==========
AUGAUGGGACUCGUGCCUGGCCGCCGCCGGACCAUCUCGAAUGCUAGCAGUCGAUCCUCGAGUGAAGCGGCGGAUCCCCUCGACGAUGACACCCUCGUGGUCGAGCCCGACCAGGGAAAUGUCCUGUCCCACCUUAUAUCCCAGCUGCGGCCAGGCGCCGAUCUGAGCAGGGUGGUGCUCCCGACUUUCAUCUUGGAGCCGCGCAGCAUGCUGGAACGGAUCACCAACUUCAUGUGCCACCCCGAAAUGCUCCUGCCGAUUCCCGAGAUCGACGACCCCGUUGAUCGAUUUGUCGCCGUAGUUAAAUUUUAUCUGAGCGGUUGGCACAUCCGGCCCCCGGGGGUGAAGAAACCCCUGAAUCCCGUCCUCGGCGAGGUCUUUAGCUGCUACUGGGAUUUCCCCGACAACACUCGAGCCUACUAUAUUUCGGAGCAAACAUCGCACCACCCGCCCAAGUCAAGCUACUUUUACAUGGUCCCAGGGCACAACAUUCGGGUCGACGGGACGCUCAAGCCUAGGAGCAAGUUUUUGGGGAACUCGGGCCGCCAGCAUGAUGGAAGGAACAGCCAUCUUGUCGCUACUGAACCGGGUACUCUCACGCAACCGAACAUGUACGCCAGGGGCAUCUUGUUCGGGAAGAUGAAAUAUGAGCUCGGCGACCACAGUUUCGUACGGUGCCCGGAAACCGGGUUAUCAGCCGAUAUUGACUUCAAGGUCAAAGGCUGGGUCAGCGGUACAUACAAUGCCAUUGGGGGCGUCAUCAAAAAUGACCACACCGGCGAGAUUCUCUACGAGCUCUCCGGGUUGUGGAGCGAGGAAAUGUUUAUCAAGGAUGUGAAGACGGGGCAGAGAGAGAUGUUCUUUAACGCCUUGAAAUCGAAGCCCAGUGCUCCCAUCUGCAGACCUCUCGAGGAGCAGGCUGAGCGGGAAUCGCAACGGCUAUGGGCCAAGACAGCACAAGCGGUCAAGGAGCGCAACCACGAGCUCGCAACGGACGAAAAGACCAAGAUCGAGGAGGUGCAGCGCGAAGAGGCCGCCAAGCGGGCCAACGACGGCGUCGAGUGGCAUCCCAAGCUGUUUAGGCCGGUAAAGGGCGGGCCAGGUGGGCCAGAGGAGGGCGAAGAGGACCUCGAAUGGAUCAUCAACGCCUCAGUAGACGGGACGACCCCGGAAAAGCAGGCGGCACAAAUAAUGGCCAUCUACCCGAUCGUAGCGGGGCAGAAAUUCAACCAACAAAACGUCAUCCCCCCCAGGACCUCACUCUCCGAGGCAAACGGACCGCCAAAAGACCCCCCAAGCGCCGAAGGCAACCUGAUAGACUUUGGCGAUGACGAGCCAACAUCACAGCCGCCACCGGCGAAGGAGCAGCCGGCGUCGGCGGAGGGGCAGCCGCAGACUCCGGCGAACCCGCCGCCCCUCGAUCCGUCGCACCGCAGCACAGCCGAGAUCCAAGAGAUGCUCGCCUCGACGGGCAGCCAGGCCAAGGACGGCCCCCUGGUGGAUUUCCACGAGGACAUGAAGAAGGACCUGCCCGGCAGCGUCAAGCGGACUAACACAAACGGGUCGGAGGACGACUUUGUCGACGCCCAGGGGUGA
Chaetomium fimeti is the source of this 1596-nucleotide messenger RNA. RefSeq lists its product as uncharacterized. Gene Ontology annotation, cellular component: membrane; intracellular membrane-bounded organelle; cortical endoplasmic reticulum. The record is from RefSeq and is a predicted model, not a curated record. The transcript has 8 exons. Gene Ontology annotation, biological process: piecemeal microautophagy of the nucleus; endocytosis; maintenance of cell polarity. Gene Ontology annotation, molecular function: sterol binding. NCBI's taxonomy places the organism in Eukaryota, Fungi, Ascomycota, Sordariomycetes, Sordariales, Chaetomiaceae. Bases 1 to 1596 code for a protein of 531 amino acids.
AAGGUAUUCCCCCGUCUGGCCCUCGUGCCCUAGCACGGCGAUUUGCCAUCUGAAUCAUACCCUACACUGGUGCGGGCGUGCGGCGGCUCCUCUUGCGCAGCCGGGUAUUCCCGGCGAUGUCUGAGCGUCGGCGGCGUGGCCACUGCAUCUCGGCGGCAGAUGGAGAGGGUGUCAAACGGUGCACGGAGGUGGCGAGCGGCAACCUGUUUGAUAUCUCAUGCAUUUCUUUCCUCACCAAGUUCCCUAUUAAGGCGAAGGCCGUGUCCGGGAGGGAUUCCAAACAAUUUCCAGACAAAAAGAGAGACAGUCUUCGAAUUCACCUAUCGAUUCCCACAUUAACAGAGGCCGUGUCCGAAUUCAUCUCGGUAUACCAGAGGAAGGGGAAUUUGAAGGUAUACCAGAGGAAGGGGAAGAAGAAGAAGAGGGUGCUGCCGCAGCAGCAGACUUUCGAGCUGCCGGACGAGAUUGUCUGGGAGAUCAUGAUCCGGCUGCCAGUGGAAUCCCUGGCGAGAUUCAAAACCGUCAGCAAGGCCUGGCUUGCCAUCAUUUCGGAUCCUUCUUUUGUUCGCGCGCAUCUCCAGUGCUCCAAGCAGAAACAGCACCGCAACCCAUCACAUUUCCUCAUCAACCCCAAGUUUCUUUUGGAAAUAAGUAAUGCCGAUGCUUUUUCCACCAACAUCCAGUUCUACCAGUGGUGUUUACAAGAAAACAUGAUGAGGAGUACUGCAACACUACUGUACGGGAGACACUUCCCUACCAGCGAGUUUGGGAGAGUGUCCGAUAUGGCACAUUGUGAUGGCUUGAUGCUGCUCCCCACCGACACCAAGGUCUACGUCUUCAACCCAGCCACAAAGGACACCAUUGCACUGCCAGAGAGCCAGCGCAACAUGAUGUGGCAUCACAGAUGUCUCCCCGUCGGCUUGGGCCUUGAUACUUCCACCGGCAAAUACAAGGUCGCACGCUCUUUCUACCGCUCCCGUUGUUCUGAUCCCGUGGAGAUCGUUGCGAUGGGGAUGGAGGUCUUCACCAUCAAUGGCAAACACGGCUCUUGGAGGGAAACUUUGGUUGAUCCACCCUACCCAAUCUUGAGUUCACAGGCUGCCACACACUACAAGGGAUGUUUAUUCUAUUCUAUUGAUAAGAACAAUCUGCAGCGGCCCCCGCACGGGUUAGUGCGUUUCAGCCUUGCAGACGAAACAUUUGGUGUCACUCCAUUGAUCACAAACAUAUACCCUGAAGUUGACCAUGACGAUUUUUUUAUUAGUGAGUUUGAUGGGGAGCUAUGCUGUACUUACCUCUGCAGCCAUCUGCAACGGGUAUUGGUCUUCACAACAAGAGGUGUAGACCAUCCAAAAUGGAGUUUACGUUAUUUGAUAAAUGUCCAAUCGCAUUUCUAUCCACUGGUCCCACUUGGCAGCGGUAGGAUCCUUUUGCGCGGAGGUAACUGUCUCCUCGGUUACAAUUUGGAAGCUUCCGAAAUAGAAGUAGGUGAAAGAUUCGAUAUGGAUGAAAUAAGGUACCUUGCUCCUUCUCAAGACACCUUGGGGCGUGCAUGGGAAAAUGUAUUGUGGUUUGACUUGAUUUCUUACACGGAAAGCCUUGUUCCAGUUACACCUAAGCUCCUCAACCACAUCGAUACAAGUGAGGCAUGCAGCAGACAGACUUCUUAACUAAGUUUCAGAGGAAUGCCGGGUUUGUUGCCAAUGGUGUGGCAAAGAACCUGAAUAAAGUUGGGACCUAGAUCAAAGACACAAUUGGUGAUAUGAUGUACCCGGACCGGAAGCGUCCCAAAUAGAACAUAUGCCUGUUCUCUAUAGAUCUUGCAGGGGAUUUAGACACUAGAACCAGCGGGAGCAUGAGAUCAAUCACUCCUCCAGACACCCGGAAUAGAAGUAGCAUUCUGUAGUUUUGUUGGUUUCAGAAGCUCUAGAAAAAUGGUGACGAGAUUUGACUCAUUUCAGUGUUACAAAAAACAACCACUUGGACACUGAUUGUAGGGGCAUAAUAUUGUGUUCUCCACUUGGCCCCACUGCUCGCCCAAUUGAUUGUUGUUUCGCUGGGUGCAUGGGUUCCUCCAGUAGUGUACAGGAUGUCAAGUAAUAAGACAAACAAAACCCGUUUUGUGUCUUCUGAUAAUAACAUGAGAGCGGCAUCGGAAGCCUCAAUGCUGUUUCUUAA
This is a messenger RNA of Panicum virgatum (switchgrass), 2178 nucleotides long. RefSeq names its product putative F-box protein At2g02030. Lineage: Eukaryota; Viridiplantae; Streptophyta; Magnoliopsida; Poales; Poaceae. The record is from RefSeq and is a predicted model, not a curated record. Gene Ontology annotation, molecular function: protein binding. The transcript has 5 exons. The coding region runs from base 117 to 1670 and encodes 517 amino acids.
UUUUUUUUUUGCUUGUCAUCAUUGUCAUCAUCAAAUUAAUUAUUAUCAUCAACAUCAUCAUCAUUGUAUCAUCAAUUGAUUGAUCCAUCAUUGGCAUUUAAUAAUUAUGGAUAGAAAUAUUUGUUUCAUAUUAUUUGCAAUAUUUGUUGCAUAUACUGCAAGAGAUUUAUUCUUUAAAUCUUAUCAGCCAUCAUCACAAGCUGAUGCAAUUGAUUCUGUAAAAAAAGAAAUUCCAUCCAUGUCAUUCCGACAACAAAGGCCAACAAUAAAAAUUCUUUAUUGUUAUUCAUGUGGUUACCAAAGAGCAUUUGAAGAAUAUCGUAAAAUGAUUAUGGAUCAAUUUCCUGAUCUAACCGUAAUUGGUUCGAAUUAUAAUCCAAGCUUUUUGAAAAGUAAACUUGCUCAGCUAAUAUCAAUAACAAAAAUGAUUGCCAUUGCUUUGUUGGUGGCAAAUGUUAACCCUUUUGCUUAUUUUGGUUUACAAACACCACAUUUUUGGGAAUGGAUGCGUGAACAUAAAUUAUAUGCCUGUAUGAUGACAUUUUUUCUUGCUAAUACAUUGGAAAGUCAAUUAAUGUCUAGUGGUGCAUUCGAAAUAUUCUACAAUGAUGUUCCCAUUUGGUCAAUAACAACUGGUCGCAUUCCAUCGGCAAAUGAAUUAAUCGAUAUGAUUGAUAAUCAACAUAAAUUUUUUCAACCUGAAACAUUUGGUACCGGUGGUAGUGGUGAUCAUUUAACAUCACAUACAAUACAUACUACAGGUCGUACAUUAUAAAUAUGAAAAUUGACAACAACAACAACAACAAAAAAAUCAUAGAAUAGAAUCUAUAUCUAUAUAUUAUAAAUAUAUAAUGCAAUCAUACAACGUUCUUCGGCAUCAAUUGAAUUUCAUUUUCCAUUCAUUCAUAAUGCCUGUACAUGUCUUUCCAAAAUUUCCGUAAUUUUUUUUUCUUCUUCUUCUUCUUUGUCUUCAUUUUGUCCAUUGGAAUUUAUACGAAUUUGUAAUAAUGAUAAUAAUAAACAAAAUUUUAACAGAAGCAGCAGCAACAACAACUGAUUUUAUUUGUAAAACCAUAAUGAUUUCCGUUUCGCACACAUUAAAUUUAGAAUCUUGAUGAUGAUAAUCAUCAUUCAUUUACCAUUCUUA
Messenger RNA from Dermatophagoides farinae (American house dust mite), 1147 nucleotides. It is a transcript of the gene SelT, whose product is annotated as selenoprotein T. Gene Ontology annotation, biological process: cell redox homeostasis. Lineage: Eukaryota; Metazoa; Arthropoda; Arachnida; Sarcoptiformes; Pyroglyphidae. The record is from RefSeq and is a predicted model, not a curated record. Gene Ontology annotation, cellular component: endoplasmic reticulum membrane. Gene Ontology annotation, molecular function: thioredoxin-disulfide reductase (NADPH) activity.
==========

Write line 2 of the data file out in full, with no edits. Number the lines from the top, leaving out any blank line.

Chaetomium fimeti is the source of this 1596-nucleotide messenger RNA. RefSeq lists its product as uncharacterized. Gene Ontology annotation, cellular component: membrane; intracellular membrane-bounded organelle; cortical endoplasmic reticulum. The record is from RefSeq and is a predicted model, not a curated record. The transcript has 8 exons. Gene Ontology annotation, biological process: piecemeal microautophagy of the nucleus; endocytosis; maintenance of cell polarity. Gene Ontology annotation, molecular function: sterol binding. NCBI's taxonomy places the organism in Eukaryota, Fungi, Ascomycota, Sordariomycetes, Sordariales, Chaetomiaceae. Bases 1 to 1596 code for a protein of 531 amino acids.